Pukaskwa National Park. Pukaskwa NP is a park at the crossroads. It has a
privileged past in that many of the stressors facing other national parks have to
date largely been avoided at Pukaskwa. It is a wilderness park that receives
comparably fewer visitors than other national parks, and consequently has
experienced only localized impacts from visitor use.          Until recently, the
surrounding landscape remained relatively pristine, as very little human
development had yet occurred.

         However, over the last twenty years there has been increasing commercial
         interest and use of the region. Moreover, planned resource use activities over
                                        the coming decades have the potential to significantly
                                        alter the landscape. The future ecological integrity of
                                        the park will depend on the ability of park staff to work
                                        together with the community and outside interests to
                                        prevent Pukaskwa from becoming an island of green
                                        surrounded by a range of development activities that
                                        fragment the area’s habitat, isolate the park, and
                                        negate natural processes essential to the
Workshop participants on a walking tour preservation of area wildlife. Chief among these
    of the Pukaskwa National Park
                                        concerns are the need to ensure effective protection
                                        of core habitat and corridors for area wolves and
         caribou, and the need to preserve water quality in the park from upstream
         commercial activities.

       The following are among the current and planned development activities
       surrounding Pukaskwa National Park:

               Current and planned industrial forestry activities in the White River Forest
               immediately to the North of the park, as well as increased road density
               and public access in and around the northern region of the Park through
               the newly created forestry road network.

               The mining activities discussed at the workshop.

               A proposed trap rock mine along 2.5 kilometers of Lake Superior shoreline
               just southwest of Wawa .

               A series of approved hydro-electricity projects to be constructed in
               proximity to the park, including the Umbatta Falls Hydro-Electric project
               approximately 2 kilometers from the park.

       Pukaskwa NP staff believe that one of the essential means of preserving the
       ecological health of the Park is to work in partnership with the community, First
       Nations, and industry commercial interests to create a common understanding
       and appreciation for the park, and to together promote the need for land use
       activities adjacent to the park that are compatible with Park objectives. They
       have taken pro-active steps towards working beyond park boundaries, including
       developing a co-operative approach to management with area First Nations,
       developing the Greater Pukaskwa Area Regional Communications Group,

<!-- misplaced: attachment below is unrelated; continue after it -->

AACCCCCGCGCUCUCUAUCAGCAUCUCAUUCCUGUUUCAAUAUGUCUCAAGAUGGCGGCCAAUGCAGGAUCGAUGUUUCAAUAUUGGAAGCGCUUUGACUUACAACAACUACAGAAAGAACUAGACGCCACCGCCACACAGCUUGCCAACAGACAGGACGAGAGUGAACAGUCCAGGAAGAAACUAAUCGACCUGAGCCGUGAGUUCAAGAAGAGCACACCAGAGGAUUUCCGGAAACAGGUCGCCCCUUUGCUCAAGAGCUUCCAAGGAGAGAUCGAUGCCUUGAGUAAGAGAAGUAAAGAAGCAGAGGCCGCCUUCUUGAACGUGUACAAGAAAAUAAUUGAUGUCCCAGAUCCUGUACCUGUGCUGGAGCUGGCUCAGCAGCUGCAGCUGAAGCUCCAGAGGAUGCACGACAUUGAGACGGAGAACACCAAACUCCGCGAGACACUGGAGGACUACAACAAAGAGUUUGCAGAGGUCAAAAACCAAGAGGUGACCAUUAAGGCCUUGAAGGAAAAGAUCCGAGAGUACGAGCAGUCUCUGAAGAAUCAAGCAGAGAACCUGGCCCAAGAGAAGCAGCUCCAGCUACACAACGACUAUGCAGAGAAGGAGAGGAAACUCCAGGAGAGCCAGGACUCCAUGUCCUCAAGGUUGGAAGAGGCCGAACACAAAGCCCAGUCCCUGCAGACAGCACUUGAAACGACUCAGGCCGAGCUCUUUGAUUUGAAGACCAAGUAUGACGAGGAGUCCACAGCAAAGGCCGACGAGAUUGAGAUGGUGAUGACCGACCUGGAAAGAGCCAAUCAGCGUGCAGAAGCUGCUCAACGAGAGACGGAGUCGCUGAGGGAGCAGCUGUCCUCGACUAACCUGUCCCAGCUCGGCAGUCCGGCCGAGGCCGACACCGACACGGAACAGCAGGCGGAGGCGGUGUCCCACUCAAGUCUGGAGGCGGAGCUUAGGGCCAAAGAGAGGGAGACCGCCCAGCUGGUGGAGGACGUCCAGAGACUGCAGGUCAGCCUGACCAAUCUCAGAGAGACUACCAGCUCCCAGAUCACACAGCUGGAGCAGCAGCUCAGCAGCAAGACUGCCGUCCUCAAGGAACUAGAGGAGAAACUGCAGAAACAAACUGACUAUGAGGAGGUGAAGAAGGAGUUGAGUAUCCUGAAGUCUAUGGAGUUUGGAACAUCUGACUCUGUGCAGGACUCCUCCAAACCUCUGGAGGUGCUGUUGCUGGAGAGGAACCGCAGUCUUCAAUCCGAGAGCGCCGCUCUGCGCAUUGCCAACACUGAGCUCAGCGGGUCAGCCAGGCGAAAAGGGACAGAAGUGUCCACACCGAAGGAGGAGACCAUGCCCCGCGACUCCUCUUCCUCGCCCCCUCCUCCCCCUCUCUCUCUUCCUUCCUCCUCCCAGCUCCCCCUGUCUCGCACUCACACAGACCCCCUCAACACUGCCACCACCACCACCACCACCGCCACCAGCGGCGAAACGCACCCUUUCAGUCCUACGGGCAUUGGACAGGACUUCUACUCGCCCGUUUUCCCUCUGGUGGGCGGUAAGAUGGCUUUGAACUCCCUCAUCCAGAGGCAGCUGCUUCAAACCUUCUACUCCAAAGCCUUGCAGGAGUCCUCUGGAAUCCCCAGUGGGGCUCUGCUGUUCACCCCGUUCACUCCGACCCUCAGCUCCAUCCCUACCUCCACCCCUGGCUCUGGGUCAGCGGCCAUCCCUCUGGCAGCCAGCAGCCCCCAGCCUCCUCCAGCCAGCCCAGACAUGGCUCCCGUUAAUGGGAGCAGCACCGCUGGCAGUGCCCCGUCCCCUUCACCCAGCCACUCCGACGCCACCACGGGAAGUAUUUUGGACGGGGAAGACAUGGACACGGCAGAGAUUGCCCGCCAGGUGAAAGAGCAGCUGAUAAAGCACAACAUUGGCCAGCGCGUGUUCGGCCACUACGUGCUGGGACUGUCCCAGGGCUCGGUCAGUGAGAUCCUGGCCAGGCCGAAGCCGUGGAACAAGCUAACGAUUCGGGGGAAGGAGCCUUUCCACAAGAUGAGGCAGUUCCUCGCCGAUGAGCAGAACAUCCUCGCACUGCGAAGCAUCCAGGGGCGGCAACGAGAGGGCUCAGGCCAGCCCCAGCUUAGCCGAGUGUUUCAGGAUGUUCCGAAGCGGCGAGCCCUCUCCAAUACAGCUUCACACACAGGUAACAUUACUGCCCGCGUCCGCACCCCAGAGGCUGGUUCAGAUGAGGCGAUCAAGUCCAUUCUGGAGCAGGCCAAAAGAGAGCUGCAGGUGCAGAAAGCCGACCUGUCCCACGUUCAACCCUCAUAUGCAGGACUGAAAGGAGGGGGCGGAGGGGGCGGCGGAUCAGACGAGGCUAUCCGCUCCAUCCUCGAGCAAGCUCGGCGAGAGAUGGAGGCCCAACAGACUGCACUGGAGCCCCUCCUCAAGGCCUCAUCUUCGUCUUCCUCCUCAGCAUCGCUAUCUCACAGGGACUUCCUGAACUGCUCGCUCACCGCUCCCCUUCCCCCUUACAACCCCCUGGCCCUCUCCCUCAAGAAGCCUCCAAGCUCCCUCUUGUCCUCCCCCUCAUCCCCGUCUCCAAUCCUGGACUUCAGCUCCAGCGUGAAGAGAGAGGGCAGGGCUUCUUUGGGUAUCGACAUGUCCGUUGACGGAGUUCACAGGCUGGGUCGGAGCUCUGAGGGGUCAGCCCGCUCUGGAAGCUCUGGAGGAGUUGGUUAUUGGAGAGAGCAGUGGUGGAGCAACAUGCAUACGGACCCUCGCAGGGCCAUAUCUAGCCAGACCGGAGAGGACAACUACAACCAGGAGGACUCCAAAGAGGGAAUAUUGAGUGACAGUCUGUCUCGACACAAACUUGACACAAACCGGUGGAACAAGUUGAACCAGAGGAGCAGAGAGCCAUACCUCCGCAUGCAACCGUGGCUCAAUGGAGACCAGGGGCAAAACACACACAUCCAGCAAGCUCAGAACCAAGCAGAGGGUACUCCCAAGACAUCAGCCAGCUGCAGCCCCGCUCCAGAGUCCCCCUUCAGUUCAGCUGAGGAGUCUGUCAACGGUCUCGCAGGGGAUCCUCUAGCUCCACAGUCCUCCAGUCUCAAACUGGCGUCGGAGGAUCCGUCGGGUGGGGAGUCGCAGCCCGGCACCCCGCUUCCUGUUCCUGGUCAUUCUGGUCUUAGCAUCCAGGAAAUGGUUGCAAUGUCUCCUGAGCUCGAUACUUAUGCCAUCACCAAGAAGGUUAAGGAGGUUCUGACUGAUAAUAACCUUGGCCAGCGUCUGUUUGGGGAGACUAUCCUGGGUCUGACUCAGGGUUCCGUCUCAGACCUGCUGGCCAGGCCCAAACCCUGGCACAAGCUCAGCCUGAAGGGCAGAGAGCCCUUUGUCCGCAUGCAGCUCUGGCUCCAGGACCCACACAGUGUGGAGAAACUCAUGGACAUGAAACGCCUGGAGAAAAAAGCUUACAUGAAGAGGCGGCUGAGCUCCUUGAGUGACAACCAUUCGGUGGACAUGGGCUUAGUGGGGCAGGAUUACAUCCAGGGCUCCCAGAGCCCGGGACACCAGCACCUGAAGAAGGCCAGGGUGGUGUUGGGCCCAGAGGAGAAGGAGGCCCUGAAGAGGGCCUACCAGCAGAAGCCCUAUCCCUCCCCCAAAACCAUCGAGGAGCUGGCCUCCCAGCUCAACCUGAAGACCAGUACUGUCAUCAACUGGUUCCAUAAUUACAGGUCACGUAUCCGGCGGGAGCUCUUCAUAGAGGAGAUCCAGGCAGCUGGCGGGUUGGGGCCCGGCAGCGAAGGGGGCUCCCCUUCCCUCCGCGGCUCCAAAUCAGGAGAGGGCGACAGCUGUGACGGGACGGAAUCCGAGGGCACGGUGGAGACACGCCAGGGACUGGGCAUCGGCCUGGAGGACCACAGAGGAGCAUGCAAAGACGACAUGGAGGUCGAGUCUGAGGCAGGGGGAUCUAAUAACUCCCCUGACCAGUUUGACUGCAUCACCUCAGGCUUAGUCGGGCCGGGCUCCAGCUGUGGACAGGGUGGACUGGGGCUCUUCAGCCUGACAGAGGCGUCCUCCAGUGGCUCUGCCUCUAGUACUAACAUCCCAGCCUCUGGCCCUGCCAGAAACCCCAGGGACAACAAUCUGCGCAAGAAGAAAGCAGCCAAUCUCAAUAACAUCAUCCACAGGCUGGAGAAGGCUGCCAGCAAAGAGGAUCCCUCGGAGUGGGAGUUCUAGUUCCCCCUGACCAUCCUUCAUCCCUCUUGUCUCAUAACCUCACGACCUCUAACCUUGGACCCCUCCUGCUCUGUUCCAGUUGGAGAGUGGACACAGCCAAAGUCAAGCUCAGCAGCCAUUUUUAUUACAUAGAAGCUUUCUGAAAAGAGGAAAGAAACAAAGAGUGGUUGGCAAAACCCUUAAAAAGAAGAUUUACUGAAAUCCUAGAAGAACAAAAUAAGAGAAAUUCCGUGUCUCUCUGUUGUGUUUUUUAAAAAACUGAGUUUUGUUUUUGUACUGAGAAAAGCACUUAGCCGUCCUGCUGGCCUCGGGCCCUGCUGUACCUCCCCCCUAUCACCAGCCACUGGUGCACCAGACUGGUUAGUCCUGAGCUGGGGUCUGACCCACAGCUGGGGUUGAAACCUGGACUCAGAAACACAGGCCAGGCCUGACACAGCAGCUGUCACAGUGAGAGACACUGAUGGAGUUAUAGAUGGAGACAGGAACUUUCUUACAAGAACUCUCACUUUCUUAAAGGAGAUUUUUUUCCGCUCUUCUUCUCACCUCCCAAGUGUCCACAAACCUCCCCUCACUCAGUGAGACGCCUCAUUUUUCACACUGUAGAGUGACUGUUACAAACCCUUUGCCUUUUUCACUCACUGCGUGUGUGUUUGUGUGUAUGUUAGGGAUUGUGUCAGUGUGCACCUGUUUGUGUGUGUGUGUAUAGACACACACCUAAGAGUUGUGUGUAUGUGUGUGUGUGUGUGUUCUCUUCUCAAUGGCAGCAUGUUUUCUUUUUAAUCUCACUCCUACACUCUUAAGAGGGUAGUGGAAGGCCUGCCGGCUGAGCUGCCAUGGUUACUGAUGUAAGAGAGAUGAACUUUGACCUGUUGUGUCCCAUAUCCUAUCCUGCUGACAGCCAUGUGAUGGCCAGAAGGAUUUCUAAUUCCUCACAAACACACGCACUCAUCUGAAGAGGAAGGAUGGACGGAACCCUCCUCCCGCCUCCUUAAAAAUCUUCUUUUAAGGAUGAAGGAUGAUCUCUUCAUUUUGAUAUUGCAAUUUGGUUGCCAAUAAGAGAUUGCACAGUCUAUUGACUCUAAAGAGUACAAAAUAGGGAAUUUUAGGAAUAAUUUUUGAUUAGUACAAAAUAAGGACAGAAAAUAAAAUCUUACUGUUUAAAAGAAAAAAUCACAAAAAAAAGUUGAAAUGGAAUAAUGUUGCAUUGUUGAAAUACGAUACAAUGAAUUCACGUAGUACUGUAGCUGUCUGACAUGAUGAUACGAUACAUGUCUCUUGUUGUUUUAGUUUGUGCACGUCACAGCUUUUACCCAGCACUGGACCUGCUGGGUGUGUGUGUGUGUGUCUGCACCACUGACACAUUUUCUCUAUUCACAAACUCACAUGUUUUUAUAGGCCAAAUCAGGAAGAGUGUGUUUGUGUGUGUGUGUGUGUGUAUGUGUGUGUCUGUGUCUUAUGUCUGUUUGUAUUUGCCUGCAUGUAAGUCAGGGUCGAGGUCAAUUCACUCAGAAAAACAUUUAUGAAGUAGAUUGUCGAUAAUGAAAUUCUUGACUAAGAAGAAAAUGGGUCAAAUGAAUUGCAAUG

establishing a Zone of Special Cooperation with Domtar Inc., conducting an
       exchange site visit with Hemlo, partnering with the Williams mine on water
       monitoring activities, and conducting greater ecosystem planning.

       Park staff also discussed the need to ensure the continued presence of protected
       corridors and buffers to provide connectivity between the region’s parks and
       other protected areas, thereby allowing wildlife to move naturally across
jurisdictional boundaries. Of particular interest are corridors along the shores of
Lake Superior connecting Pukaskwa National Park to Lake Superior Provincial
Park in the east and a corridor along the White River connecting Pukaskwa Park
to White Lake Provincial Park to the north. It is likely that development in these
corridors would impair animal movements and ecosystem functions sufficiently
that the environment in Pukaskwa would be adversely affected.

Subsequent discussions ensued by all participants about means for the mining
community, the Park and other interests to work more closely together. Specific
future opportunities that were identified are itemized later in this report.


The workshop presentations generated considerable
discussion, which all participants found informative and
beneficial. Industry and park officials recognized the
importance of ongoing communications to avoid potential
conflict and to support responsible environmental
management in the region. A number of outcomes or
                                                               Workshop participants learn about
follow-up actions were identified:                                   mining processes

      Newmont will re-join the Greater Park Area Regional Communications
      Group, to ensure communications with the park are ongoing.

      Information sharing on water, plant and wildlife surveys.

      Opportunities for joint research on environmental indicators.

      Industry will look more closely at wildlife movement corridors between
      protected areas in the region.

      Industry to participate in Park Management Plan review consultations, set
      to commence in early 2004.

      Industry to explore opportunities for inviting parks staff to the site to hold
      information and training seminars for mine employees on park protection
      issues and bear safety.

      Industry to provide support as conduit to other industries in the region

The group agreed that a report of the workshop should be prepared and
published. Pukaskwa staff also indicated that they would be interested in
supporting future MAC/CNF workshops with other national parks in the future.